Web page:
New Zealand’s SFO brings charges against FX trader over multi-million dollar fraud
Kelvin Clive Wood is charged with ‘Obtaining by deception’ and ‘Theft by person in a special relationship’.
New Zealand’s Serious Fraud Office has earlier today announced that it had charged Kelvin Clive Wood (69), of Auckland, with fraud that saw his largest investors allegedly lose more than $1 million each.
The defendant entered no plea today at the Auckland District Court to representative charges of ‘Obtaining by deception’ and ‘Theft by person in a special relationship’ brought by the SFO.
Wood is alleged to have facilitated foreign exchange and trading services through two companies – Forex (NZ) Limited and Forex NZ 2000 Limited. His clients placed money with him through his companies for the purpose of fixed interest term deposits, the purchase of foreign currency, general investment and foreign exchange trading purposes. Clients invested on the basis that their principal was not at risk.
According to the SFO allegations, the defendant operated his Ponzi scheme from January 2010 to May 2017 – using new investors’ funds to pay other investors their reported gains, or to refund their principal investment. The SFO estimates that 18 investors lost at least $7 million as a result of the defendant’s offending.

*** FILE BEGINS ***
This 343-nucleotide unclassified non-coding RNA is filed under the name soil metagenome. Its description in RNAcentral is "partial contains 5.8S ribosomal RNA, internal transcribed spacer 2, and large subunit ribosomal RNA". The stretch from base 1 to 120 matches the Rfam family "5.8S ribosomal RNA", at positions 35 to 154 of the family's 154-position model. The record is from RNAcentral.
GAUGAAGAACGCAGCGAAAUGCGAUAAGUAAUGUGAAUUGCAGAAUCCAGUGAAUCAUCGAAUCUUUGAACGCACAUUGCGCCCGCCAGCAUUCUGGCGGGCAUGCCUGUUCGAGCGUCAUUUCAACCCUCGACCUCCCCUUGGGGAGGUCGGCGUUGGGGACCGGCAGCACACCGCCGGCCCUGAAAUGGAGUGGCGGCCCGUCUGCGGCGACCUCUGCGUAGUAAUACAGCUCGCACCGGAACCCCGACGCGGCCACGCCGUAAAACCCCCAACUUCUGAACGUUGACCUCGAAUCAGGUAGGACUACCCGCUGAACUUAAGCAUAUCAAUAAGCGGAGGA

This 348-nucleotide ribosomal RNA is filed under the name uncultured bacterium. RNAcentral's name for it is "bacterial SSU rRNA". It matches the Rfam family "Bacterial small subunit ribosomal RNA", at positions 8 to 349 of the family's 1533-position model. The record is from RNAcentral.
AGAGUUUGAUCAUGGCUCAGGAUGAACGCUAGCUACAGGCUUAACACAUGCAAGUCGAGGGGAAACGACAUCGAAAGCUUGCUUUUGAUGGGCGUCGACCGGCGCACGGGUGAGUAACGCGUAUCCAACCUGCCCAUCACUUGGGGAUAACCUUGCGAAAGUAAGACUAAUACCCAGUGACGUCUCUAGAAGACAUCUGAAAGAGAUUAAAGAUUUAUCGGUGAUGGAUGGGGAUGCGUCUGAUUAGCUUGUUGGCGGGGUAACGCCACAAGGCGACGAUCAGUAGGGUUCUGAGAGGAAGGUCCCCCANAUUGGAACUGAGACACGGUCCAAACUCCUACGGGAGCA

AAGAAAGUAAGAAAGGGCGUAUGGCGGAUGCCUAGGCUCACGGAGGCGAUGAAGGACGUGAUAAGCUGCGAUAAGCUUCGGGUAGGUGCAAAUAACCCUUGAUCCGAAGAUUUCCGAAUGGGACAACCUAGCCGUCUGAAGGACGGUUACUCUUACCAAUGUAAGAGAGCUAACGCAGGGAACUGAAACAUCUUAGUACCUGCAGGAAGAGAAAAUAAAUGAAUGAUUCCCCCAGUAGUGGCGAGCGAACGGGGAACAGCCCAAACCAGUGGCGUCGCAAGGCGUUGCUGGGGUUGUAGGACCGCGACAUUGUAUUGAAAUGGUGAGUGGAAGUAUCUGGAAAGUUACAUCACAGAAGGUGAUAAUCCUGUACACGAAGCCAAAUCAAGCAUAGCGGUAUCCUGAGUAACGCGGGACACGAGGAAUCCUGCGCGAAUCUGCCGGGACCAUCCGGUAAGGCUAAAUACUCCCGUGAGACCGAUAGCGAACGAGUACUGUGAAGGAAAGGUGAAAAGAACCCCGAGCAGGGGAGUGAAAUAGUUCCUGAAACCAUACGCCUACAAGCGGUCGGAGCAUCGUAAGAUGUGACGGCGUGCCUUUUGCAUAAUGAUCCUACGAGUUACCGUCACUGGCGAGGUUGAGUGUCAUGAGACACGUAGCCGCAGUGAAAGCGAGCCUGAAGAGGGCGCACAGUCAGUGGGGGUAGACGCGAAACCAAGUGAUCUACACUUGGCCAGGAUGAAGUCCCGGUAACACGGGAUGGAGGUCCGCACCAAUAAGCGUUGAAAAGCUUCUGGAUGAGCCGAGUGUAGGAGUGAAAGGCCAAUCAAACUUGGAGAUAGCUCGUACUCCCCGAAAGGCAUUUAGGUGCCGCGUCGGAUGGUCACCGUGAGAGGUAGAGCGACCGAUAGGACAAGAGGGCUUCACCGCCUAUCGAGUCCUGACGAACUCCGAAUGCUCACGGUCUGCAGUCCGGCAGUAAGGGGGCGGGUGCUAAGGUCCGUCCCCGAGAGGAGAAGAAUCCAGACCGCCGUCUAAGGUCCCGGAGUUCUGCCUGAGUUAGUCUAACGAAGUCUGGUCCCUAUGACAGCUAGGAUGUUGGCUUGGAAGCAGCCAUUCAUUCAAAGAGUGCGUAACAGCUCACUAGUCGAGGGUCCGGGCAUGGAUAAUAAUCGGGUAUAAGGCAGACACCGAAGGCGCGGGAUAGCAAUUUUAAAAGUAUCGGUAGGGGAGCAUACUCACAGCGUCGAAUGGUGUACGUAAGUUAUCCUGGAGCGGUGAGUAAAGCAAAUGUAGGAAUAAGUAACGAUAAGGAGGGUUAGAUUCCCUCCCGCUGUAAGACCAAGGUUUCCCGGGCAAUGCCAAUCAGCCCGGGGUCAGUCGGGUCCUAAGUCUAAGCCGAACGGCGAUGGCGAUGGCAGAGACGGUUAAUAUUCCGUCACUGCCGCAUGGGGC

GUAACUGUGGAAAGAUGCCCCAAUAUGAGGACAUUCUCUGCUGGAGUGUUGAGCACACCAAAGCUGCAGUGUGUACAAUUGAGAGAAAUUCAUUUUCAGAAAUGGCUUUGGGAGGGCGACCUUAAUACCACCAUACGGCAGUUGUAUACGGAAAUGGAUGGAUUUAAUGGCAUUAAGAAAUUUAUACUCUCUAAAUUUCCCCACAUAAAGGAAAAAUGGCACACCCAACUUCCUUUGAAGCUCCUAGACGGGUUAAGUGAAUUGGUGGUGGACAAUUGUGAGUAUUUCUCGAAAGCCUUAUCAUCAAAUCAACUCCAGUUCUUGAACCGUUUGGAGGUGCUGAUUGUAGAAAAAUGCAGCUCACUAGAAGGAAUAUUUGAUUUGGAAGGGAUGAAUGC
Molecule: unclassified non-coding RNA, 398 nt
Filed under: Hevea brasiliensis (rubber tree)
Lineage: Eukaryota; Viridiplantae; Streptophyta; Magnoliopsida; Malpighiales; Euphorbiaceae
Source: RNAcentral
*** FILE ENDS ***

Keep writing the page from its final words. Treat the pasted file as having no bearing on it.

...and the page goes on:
Wood has been remanded on bail until his next appearance at the Auckland District Court on November 13th.
The Financial Markets Authority referred the case to the SFO to investigate in mid-2017.
The New Zealand SFO has been actively prosecuting Forex fraud. In July this year, the SFO confirmed that Lance Jack Ryan was sentenced to seven years and six months in jail, with a minimum non-parole period of three years and nine months, for charges brought by the SFO. Mr Ryan had pleaded guilty earlier to charges of ‘Obtaining by deception’, ‘False accounting’, ‘Forgery’, ‘Reproducing a document with intent to deceive’ and ‘Theft by person in special relationship’.
Lance Jack Ryan, also known as Lance Jared Thompson, used the forex platform BlackfortFX as a façade to persuade more than 900 investors, who were mostly from the Christchurch region, to invest about $8.3 million in the Ponzi scheme.